• Causal Diagrams: Draw Your Assumptions Before Your Conclusions
  • Case Studies in Functional Genomics
  • Introduction to Bioconductor
  • Statistical Inference and Modeling for High-throughput Experiments
  • Advanced Bioconductor
  • MLOps for Scaling TinyML
  • Big Data Solutions for Social and Economic Disparities


  • Early Childhood Development: Global Strategies for Implementation
  • Introduction to Family Engagement in Education
  • Introduction to Data Wise: A Collaborative Process to Improve Learning & Teaching
  • Saving Schools: Reforming the U.S. Education System

Environmental Studies

  • The Health Effects of Climate Change
  • Energy Within Environmental Constraints
  • The Climate-Energy Challenge

Health & Medicine

  • Bioethics: The Law, Medicine, and Ethics of Reproductive Technologies and Genetics
  • Prescription Drug Regulation, Cost, and Access: Current Controversies in Context
  • Innovating in Health Care
  • United States Health Policy
  • MalariaX: Defeating Malaria from the Genes to the Globe
  • Practical Improvement Science in Health Care: A Roadmap for Getting Results
  • Readings in Global Health (2017)
  • Mechanical Ventilation for COVID-19
  • Ventilación mecánica para pacientes con COVID-19
  • Improving Global Health: Focusing on Quality and Safety
  • The Opioid Crisis in America
  • Humanitarian Response to Conflict and Disaster
  • Strengthening Community Health Worker Programs
  • Lessons from Ebola: Preventing the Next Pandemic
  • Global Health Case Studies from a Biosocial Perspective


  • PredictionX: John Snow and the Cholera Epidemic of 1854
  • PredictionX: Lost Without Longitude
  • Women Making History: Ten Objects, Many Stories
  • China’s Political and Intellectual Foundations: From Sage Kings to Confucius
  • Contemporary China: The People’s Republic, Taiwan, and Hong Kong
  • China and Communism
  • China’s First Empires and the Rise of Buddhism
  • Modern China’s Foundations: The Manchus and the Qing
  • Cosmopolitan Tang: Aristocratic Culture in China
  • Invasions, Rebellions, and the Fall of Imperial China
  • Creating Modern China: The Republican Period to the Present
  • Global China: From the Mongols to the Ming
  • Literati China: Examinations, Neo-Confucianism, and Later Imperial China


  • Rhetoric: The Art of Persuasive Writing and Public Speaking
  • Justice
  • Religion, Conflict and Peace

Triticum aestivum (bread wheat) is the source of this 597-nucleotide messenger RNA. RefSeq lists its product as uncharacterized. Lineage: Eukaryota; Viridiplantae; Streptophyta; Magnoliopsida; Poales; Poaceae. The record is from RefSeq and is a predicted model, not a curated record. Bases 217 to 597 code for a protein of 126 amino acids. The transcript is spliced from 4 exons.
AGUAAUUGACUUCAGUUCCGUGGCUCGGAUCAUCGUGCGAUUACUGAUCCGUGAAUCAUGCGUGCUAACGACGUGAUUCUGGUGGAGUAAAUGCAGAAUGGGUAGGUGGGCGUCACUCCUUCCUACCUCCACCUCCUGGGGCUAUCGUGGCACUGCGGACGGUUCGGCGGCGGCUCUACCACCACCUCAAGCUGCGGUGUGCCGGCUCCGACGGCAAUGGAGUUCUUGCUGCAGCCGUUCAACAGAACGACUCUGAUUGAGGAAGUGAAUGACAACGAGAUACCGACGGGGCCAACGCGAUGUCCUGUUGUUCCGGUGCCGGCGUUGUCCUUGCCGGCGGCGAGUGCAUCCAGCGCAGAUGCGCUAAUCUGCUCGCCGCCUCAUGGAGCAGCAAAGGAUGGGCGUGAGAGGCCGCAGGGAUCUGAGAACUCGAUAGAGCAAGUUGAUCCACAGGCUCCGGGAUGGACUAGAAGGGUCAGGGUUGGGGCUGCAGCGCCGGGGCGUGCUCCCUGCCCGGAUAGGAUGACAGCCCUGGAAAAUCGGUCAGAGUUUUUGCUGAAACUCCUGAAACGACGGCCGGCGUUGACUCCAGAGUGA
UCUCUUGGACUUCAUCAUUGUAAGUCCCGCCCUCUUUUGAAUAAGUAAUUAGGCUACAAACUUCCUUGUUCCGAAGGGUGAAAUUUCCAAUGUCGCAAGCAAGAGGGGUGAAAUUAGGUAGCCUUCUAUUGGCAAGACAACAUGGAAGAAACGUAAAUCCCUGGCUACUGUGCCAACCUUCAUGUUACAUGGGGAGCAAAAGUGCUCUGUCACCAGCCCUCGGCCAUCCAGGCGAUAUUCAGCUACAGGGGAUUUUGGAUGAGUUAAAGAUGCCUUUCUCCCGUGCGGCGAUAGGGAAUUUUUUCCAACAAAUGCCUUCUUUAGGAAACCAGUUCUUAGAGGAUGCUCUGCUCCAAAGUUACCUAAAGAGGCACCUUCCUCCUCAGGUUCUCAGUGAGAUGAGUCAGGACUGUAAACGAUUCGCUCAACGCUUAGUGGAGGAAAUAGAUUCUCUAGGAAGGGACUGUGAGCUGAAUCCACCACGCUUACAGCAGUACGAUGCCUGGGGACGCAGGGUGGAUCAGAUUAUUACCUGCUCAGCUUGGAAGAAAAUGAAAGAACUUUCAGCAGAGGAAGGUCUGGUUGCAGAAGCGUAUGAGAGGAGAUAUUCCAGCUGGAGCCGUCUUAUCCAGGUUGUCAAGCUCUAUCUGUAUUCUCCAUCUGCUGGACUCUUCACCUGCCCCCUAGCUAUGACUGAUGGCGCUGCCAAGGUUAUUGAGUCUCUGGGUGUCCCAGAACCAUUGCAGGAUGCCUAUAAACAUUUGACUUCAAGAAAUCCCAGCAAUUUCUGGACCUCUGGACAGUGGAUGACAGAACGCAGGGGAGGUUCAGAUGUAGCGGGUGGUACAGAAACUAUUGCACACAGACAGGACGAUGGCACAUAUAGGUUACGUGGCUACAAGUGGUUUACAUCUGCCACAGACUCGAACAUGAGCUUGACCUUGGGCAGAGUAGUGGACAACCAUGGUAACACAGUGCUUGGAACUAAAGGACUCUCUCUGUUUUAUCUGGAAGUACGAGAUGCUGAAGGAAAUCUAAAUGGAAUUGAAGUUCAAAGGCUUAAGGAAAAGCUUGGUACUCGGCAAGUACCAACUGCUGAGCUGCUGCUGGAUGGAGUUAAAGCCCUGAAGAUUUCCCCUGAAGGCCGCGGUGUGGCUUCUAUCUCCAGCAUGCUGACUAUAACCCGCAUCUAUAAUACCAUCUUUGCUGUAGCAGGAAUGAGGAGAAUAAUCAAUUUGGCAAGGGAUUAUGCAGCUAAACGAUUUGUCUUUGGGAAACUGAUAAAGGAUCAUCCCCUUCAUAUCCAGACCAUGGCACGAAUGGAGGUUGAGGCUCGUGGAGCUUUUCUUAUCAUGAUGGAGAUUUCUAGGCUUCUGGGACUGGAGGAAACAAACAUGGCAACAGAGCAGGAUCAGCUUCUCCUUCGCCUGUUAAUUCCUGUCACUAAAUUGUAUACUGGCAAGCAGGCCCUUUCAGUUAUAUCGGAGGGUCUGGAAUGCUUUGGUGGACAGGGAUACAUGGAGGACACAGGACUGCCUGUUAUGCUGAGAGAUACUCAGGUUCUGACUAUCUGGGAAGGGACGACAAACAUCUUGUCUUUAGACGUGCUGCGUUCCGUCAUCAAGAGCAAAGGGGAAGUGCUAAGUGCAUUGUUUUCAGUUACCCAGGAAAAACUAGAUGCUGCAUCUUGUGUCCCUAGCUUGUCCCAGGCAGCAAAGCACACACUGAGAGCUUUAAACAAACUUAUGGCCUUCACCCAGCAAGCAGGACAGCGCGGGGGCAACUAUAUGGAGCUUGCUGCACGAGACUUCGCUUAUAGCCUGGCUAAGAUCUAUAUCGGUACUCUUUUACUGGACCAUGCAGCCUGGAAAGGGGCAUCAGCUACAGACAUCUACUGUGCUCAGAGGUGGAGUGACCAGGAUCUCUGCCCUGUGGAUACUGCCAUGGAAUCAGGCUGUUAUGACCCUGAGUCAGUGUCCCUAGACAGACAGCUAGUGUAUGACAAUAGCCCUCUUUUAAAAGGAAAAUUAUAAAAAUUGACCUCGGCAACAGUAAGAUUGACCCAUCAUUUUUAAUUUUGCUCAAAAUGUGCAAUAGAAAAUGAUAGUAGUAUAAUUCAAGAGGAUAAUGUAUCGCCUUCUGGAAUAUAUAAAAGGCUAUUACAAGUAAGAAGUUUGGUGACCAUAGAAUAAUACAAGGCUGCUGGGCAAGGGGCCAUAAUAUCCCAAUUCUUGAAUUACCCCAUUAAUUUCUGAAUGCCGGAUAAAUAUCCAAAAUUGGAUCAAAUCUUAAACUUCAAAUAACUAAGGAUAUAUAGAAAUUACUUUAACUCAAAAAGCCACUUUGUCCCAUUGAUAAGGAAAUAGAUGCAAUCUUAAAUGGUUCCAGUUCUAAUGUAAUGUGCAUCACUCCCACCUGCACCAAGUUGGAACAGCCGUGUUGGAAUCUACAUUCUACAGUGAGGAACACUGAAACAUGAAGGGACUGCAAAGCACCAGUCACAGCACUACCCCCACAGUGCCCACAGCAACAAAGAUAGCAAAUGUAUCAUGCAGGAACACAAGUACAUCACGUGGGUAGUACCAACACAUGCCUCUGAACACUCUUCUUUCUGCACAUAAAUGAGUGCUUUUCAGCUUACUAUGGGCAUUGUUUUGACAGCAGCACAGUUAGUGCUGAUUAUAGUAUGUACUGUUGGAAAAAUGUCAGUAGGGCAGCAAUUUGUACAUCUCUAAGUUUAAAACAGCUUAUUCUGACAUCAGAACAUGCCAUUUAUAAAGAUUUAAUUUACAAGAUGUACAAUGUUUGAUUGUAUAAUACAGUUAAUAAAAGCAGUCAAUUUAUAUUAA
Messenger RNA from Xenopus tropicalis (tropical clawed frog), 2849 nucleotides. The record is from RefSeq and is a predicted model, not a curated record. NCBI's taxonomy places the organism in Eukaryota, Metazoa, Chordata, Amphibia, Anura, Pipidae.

• Tangible Things: Discovering History Through Artworks, Artifacts, Scientific Specimens, and the Stuff Around You
  • The Book: The Medieval Book of Hours: Art and Devotion in the Later Middle Ages
  • The Book: The History of the Book in the 17th and 18th Century Europe
  • The Book: Monasteries, Schools, and Notaries, Part 1: Reading the Late Medieval Marseille Archive
  • The Book: Making and Meaning in the Medieval Manuscript
  • The Book: Print and Manuscript in Western Europe, Asia and the Middle East (1450-1650)
  • The Book: Books in the Medieval Liturgy
  • The Book: Scrolls in the Age of the Book
  • The Book: Book Sleuthing: What 19th-Century Books Can Tell Us About the Rise of the Reading Public?
  • The Book: Monasteries, Schools, and Notaries, Part 2: Introduction to the Transitional Gothic Script
  • Introduction to Digital Humanities
  • Christianity Through Its Scriptures
  • Buddhism Through Its Scriptures
  • Islam Through Its Scriptures
  • Hinduism Through Its Scriptures
  • Judaism Through Its Scriptures
  • Sikhism Through Its Scriptures
  • Religious Literacy: Traditions and Scriptures
  • The Jewish Bible: Its History As A Physical Artifact
  • Justice Today: Money, Markets, and Morals
  • The Einstein Revolution
  • Digital Humanities in Practice: From Research Questions to Results
  • China Humanities: The Individual in Chinese Culture
  • The Ancient Greek Hero


  • Masterpieces of World Literature
  • Shakespeare’s Hamlet: The Ghost
  • Modern Masterpieces of World Literature
  • Shakespeare’s Life and Work
  • Japanese Books: From Manuscript to Print
  • Ancient Masterpieces of World Literature
  • Shakespeare’s The Merchant of Venice: Shylock
  • Poetry in America: Modernism
  • Poetry in America: Whitman
  • Poetry in America: The Civil War and Its Aftermath
  • ChinaX Book Club: Five Authors, Five Books, Five Views of China


  • Calculus Applied!
  • Introduction to Linear Models and Matrix Algebra
  • Fat Chance: Probability from the Ground Up


  • The Path to Happiness: What Chinese Philosophy Teaches Us about the Good Life


  • Fundamentals of Neuroscience, Part 1: The Electrical Properties of the Neuron
  • Human Anatomy: Musculoskeletal Cases
  • Principles of Biochemistry
  • PredictionX: Omens, Oracles & Prophecies